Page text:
US08065556 US5400661A (en) 1993-05-20 1993-05-20 Multi-axis force platform
DE19944493688 DE4493688T1 (en) 1993-05-20 1994-05-13 Multi-axis force platform
JP50072794A JPH08511094A (en) 1993-05-20 1994-05-13 Multi-axis force platform
GB9523618A GB2292812B (en) 1993-05-20 1994-05-13 Multi-axis force platform
PCT/US1994/005406 WO1994028386A1 (en) 1993-05-20 1994-05-13 Multi-axis force platform
US08410017 US5814740A (en) 1993-05-20 1995-03-24 Multi-axis force platform

Related Child Applications (1)

Application Number Title Priority Date Filing Date
US08410017 Continuation US5814740A (en) 1993-05-20 1995-03-24 Multi-axis force platform

Publications (1)

Publication Number Publication Date
US5400661A true US5400661A (en) 1995-03-28

Family

ID=22063533

Family Applications (2)

Application Number Title Priority Date Filing Date
US08065556 Expired - Lifetime US5400661A (en) 1993-05-20 1993-05-20 Multi-axis force platform
US08410017 Expired - Lifetime US5814740A (en) 1993-05-20 1995-03-24 Multi-axis force platform

Family Applications After (1)

Application Number Title Priority Date Filing Date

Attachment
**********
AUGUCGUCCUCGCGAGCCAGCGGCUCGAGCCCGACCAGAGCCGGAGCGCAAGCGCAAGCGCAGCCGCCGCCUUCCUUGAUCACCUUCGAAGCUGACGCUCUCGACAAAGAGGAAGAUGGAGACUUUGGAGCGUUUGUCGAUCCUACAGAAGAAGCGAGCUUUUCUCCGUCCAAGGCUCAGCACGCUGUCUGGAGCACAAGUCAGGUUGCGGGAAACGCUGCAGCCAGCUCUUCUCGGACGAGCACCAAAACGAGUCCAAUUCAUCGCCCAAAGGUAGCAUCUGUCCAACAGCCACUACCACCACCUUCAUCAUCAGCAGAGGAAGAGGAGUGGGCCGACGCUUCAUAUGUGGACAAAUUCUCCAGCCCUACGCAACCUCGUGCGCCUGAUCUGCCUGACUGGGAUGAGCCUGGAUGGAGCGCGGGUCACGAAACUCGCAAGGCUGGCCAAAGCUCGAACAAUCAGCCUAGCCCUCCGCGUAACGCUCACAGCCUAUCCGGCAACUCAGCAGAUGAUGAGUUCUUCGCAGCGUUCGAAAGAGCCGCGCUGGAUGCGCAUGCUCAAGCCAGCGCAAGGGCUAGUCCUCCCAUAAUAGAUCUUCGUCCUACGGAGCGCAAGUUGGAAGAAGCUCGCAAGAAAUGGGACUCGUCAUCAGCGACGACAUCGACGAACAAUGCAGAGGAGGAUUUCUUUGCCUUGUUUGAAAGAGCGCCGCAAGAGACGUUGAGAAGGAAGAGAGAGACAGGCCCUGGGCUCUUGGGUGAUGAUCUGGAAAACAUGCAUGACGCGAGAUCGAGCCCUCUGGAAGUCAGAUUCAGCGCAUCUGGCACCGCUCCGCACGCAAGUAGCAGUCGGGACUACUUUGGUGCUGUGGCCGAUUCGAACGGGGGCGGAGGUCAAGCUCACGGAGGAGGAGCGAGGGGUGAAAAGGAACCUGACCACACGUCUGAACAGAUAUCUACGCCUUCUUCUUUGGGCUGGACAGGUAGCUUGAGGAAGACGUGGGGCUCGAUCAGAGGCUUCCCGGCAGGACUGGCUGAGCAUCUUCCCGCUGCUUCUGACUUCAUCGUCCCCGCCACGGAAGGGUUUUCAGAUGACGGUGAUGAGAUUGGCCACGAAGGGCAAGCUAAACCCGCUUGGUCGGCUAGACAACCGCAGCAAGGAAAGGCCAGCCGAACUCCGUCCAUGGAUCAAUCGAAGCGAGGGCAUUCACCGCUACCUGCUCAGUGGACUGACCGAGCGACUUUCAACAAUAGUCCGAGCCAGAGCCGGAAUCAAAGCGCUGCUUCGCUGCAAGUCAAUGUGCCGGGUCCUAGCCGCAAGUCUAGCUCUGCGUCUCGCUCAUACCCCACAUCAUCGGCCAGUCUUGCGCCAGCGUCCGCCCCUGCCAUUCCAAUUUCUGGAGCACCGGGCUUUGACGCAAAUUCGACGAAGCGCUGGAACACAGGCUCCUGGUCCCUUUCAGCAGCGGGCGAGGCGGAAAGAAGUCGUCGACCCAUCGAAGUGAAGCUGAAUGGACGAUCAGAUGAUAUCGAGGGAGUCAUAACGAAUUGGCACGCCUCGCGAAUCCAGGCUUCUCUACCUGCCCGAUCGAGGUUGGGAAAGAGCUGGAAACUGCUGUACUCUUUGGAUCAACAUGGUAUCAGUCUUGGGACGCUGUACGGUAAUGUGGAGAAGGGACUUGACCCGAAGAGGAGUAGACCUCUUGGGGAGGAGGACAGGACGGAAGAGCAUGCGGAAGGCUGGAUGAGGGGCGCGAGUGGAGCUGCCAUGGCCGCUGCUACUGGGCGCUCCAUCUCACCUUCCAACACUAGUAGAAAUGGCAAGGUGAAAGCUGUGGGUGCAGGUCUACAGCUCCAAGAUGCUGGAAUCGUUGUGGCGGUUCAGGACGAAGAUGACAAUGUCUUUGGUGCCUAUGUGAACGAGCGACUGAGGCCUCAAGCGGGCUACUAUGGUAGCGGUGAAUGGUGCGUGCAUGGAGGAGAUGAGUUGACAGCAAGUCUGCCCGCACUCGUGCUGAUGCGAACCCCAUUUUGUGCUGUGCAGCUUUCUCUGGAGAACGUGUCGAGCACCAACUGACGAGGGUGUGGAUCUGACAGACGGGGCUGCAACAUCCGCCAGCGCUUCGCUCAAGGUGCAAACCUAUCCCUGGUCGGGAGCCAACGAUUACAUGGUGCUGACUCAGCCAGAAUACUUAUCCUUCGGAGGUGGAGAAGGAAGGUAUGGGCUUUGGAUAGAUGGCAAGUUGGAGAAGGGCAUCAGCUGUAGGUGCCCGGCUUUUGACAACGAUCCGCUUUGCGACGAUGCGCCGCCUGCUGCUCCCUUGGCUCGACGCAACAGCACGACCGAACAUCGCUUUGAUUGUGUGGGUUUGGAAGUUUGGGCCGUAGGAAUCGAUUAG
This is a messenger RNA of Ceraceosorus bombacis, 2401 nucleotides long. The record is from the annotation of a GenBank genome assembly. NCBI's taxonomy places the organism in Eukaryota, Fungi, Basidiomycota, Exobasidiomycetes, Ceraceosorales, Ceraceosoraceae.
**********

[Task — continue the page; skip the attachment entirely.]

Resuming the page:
US08410017 Expired - Lifetime US5814740A (en) 1993-05-20 1995-03-24 Multi-axis force platform

Country Status (5)

Country Link
US (2) US5400661A (en)
JP (1) JPH08511094A (en)
DE (1) DE4493688T1 (en)
GB (1) GB2292812B (en)
WO (1) WO1994028386A1 (en)

Cited By (29)

* Cited by examiner, † Cited by third party
Publication number Priority date Publication date Assignee Title
US5791350A (en) * 1995-06-07 1998-08-11 Morton; John Y. Device and method for measuring force systems
WO1999050630A2 (en) * 1998-03-30 1999-10-07 C-Sensor Corporation Linear force sensing device
WO1999051965A1 (en) * 1998-04-03 1999-10-14 Tetra Gesellschaft für Sensorik, Robotik und Automation mbH Device for examining friction conditions
US5969268A (en) * 1997-07-15 1999-10-19 Mts Systems Corporation Multi-axis load cell
US6038933A (en) * 1997-07-15 2000-03-21 Mts Systems Corporation Multi-axis load cell
US6354155B1 (en) 1999-06-02 2002-03-12 Bertec Corporation Multi-component force and moment measuring platform and load transducer
US6389883B1 (en) 1999-10-19 2002-05-21 Bertec Corporation Device, system, and method for measurement of balance, stability, and tremor